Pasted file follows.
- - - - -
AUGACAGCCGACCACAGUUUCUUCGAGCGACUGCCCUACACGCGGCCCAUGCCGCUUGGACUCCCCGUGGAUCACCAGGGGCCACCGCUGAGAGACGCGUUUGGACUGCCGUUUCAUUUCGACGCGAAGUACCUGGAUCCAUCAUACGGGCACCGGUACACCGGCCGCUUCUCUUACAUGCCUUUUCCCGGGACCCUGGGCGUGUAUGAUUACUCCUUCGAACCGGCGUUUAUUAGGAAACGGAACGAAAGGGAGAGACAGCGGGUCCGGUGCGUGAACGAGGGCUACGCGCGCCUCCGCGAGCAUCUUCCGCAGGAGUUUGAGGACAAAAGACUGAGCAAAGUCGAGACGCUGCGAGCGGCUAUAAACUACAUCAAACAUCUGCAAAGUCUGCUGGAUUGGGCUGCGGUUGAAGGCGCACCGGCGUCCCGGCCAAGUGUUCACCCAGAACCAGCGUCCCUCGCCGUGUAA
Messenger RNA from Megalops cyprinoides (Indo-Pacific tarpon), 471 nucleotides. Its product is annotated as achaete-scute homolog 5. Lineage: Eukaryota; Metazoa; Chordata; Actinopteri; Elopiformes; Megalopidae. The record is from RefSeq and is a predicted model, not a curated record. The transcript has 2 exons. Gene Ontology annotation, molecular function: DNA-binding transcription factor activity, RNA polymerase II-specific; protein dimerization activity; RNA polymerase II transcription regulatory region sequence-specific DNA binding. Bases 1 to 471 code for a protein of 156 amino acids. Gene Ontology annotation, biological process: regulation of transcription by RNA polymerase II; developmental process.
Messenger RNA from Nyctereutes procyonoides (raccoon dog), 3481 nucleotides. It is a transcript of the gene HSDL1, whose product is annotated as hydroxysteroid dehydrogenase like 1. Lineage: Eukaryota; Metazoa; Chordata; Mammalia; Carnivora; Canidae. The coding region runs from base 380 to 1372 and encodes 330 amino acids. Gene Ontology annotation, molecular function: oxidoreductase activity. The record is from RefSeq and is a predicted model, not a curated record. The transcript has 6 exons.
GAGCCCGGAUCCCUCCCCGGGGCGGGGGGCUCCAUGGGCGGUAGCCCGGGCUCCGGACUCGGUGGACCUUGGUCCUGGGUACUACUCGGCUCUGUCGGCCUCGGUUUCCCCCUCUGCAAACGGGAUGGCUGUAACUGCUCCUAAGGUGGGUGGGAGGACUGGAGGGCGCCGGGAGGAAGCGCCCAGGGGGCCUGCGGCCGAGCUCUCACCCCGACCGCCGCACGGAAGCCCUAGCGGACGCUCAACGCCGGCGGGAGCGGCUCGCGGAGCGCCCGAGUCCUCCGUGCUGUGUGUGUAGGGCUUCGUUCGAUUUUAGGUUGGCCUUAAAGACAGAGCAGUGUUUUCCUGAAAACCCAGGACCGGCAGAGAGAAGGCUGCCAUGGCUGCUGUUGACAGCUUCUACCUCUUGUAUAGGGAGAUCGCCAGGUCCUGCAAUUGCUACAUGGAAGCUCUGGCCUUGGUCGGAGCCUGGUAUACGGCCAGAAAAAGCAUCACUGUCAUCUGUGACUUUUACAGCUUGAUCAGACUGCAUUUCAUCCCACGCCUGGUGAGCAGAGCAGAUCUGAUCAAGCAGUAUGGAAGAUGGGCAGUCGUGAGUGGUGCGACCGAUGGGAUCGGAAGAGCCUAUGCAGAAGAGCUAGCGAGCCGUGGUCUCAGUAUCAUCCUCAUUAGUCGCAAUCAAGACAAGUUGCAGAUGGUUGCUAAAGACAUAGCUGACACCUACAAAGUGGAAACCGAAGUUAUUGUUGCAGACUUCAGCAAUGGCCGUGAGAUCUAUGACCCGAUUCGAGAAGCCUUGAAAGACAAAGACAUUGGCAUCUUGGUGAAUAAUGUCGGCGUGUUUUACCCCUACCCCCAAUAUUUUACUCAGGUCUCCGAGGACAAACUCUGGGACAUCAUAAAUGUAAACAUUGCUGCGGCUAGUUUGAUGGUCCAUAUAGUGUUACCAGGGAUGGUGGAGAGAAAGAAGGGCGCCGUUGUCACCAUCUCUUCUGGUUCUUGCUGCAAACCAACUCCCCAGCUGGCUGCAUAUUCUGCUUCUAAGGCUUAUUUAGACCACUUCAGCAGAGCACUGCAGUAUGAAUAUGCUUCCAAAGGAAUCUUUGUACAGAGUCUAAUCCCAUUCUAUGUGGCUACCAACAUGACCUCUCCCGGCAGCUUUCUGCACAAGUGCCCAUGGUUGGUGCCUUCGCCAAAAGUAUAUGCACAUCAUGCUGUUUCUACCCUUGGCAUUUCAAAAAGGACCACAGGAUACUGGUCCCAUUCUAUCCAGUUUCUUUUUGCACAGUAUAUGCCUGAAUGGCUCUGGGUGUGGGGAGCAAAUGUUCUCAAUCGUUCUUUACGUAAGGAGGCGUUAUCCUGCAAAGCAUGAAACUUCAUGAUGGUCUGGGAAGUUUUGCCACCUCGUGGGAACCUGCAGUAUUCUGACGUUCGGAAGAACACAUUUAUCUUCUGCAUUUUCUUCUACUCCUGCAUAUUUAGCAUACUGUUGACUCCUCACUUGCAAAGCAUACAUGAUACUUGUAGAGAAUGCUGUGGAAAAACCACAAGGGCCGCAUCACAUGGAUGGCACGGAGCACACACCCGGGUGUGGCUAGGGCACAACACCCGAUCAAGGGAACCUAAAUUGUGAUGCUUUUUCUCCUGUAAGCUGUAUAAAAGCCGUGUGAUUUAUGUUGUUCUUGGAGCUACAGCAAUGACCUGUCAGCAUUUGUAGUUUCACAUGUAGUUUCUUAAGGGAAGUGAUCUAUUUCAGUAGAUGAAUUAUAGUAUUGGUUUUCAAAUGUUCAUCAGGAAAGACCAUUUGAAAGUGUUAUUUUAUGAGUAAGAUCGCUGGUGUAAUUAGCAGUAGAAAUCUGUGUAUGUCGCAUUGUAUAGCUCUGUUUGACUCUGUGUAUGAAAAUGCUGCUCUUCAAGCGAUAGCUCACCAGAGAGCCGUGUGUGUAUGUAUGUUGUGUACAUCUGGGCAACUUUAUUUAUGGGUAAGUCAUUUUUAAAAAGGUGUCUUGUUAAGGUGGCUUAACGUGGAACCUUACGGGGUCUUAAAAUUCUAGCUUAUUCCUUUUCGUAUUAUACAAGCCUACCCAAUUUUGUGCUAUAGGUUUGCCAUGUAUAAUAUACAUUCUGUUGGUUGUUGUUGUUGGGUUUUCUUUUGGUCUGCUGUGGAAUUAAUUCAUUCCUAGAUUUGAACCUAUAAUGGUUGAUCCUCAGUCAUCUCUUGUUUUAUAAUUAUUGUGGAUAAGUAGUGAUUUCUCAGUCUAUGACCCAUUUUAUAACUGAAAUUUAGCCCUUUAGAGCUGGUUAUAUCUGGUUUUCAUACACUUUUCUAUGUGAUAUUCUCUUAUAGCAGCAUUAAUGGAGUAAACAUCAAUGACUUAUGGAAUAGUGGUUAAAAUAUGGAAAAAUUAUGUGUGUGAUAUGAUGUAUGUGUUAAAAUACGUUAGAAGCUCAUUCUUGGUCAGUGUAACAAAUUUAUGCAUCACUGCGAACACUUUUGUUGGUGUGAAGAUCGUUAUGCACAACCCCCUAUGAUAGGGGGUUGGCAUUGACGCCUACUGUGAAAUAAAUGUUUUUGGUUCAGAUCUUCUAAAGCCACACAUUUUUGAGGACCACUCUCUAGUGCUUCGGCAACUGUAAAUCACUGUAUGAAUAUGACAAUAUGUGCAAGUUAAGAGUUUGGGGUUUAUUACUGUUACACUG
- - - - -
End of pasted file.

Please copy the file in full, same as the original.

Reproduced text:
AUGACAGCCGACCACAGUUUCUUCGAGCGACUGCCCUACACGCGGCCCAUGCCGCUUGGACUCCCCGUGGAUCACCAGGGGCCACCGCUGAGAGACGCGUUUGGACUGCCGUUUCAUUUCGACGCGAAGUACCUGGAUCCAUCAUACGGGCACCGGUACACCGGCCGCUUCUCUUACAUGCCUUUUCCCGGGACCCUGGGCGUGUAUGAUUACUCCUUCGAACCGGCGUUUAUUAGGAAACGGAACGAAAGGGAGAGACAGCGGGUCCGGUGCGUGAACGAGGGCUACGCGCGCCUCCGCGAGCAUCUUCCGCAGGAGUUUGAGGACAAAAGACUGAGCAAAGUCGAGACGCUGCGAGCGGCUAUAAACUACAUCAAACAUCUGCAAAGUCUGCUGGAUUGGGCUGCGGUUGAAGGCGCACCGGCGUCCCGGCCAAGUGUUCACCCAGAACCAGCGUCCCUCGCCGUGUAA
Messenger RNA from Megalops cyprinoides (Indo-Pacific tarpon), 471 nucleotides. Its product is annotated as achaete-scute homolog 5. Lineage: Eukaryota; Metazoa; Chordata; Actinopteri; Elopiformes; Megalopidae. The record is from RefSeq and is a predicted model, not a curated record. The transcript has 2 exons. Gene Ontology annotation, molecular function: DNA-binding transcription factor activity, RNA polymerase II-specific; protein dimerization activity; RNA polymerase II transcription regulatory region sequence-specific DNA binding. Bases 1 to 471 code for a protein of 156 amino acids. Gene Ontology annotation, biological process: regulation of transcription by RNA polymerase II; developmental process.
Messenger RNA from Nyctereutes procyonoides (raccoon dog), 3481 nucleotides. It is a transcript of the gene HSDL1, whose product is annotated as hydroxysteroid dehydrogenase like 1. Lineage: Eukaryota; Metazoa; Chordata; Mammalia; Carnivora; Canidae. The coding region runs from base 380 to 1372 and encodes 330 amino acids. Gene Ontology annotation, molecular function: oxidoreductase activity. The record is from RefSeq and is a predicted model, not a curated record. The transcript has 6 exons.
GAGCCCGGAUCCCUCCCCGGGGCGGGGGGCUCCAUGGGCGGUAGCCCGGGCUCCGGACUCGGUGGACCUUGGUCCUGGGUACUACUCGGCUCUGUCGGCCUCGGUUUCCCCCUCUGCAAACGGGAUGGCUGUAACUGCUCCUAAGGUGGGUGGGAGGACUGGAGGGCGCCGGGAGGAAGCGCCCAGGGGGCCUGCGGCCGAGCUCUCACCCCGACCGCCGCACGGAAGCCCUAGCGGACGCUCAACGCCGGCGGGAGCGGCUCGCGGAGCGCCCGAGUCCUCCGUGCUGUGUGUGUAGGGCUUCGUUCGAUUUUAGGUUGGCCUUAAAGACAGAGCAGUGUUUUCCUGAAAACCCAGGACCGGCAGAGAGAAGGCUGCCAUGGCUGCUGUUGACAGCUUCUACCUCUUGUAUAGGGAGAUCGCCAGGUCCUGCAAUUGCUACAUGGAAGCUCUGGCCUUGGUCGGAGCCUGGUAUACGGCCAGAAAAAGCAUCACUGUCAUCUGUGACUUUUACAGCUUGAUCAGACUGCAUUUCAUCCCACGCCUGGUGAGCAGAGCAGAUCUGAUCAAGCAGUAUGGAAGAUGGGCAGUCGUGAGUGGUGCGACCGAUGGGAUCGGAAGAGCCUAUGCAGAAGAGCUAGCGAGCCGUGGUCUCAGUAUCAUCCUCAUUAGUCGCAAUCAAGACAAGUUGCAGAUGGUUGCUAAAGACAUAGCUGACACCUACAAAGUGGAAACCGAAGUUAUUGUUGCAGACUUCAGCAAUGGCCGUGAGAUCUAUGACCCGAUUCGAGAAGCCUUGAAAGACAAAGACAUUGGCAUCUUGGUGAAUAAUGUCGGCGUGUUUUACCCCUACCCCCAAUAUUUUACUCAGGUCUCCGAGGACAAACUCUGGGACAUCAUAAAUGUAAACAUUGCUGCGGCUAGUUUGAUGGUCCAUAUAGUGUUACCAGGGAUGGUGGAGAGAAAGAAGGGCGCCGUUGUCACCAUCUCUUCUGGUUCUUGCUGCAAACCAACUCCCCAGCUGGCUGCAUAUUCUGCUUCUAAGGCUUAUUUAGACCACUUCAGCAGAGCACUGCAGUAUGAAUAUGCUUCCAAAGGAAUCUUUGUACAGAGUCUAAUCCCAUUCUAUGUGGCUACCAACAUGACCUCUCCCGGCAGCUUUCUGCACAAGUGCCCAUGGUUGGUGCCUUCGCCAAAAGUAUAUGCACAUCAUGCUGUUUCUACCCUUGGCAUUUCAAAAAGGACCACAGGAUACUGGUCCCAUUCUAUCCAGUUUCUUUUUGCACAGUAUAUGCCUGAAUGGCUCUGGGUGUGGGGAGCAAAUGUUCUCAAUCGUUCUUUACGUAAGGAGGCGUUAUCCUGCAAAGCAUGAAACUUCAUGAUGGUCUGGGAAGUUUUGCCACCUCGUGGGAACCUGCAGUAUUCUGACGUUCGGAAGAACACAUUUAUCUUCUGCAUUUUCUUCUACUCCUGCAUAUUUAGCAUACUGUUGACUCCUCACUUGCAAAGCAUACAUGAUACUUGUAGAGAAUGCUGUGGAAAAACCACAAGGGCCGCAUCACAUGGAUGGCACGGAGCACACACCCGGGUGUGGCUAGGGCACAACACCCGAUCAAGGGAACCUAAAUUGUGAUGCUUUUUCUCCUGUAAGCUGUAUAAAAGCCGUGUGAUUUAUGUUGUUCUUGGAGCUACAGCAAUGACCUGUCAGCAUUUGUAGUUUCACAUGUAGUUUCUUAAGGGAAGUGAUCUAUUUCAGUAGAUGAAUUAUAGUAUUGGUUUUCAAAUGUUCAUCAGGAAAGACCAUUUGAAAGUGUUAUUUUAUGAGUAAGAUCGCUGGUGUAAUUAGCAGUAGAAAUCUGUGUAUGUCGCAUUGUAUAGCUCUGUUUGACUCUGUGUAUGAAAAUGCUGCUCUUCAAGCGAUAGCUCACCAGAGAGCCGUGUGUGUAUGUAUGUUGUGUACAUCUGGGCAACUUUAUUUAUGGGUAAGUCAUUUUUAAAAAGGUGUCUUGUUAAGGUGGCUUAACGUGGAACCUUACGGGGUCUUAAAAUUCUAGCUUAUUCCUUUUCGUAUUAUACAAGCCUACCCAAUUUUGUGCUAUAGGUUUGCCAUGUAUAAUAUACAUUCUGUUGGUUGUUGUUGUUGGGUUUUCUUUUGGUCUGCUGUGGAAUUAAUUCAUUCCUAGAUUUGAACCUAUAAUGGUUGAUCCUCAGUCAUCUCUUGUUUUAUAAUUAUUGUGGAUAAGUAGUGAUUUCUCAGUCUAUGACCCAUUUUAUAACUGAAAUUUAGCCCUUUAGAGCUGGUUAUAUCUGGUUUUCAUACACUUUUCUAUGUGAUAUUCUCUUAUAGCAGCAUUAAUGGAGUAAACAUCAAUGACUUAUGGAAUAGUGGUUAAAAUAUGGAAAAAUUAUGUGUGUGAUAUGAUGUAUGUGUUAAAAUACGUUAGAAGCUCAUUCUUGGUCAGUGUAACAAAUUUAUGCAUCACUGCGAACACUUUUGUUGGUGUGAAGAUCGUUAUGCACAACCCCCUAUGAUAGGGGGUUGGCAUUGACGCCUACUGUGAAAUAAAUGUUUUUGGUUCAGAUCUUCUAAAGCCACACAUUUUUGAGGACCACUCUCUAGUGCUUCGGCAACUGUAAAUCACUGUAUGAAUAUGACAAUAUGUGCAAGUUAAGAGUUUGGGGUUUAUUACUGUUACACUG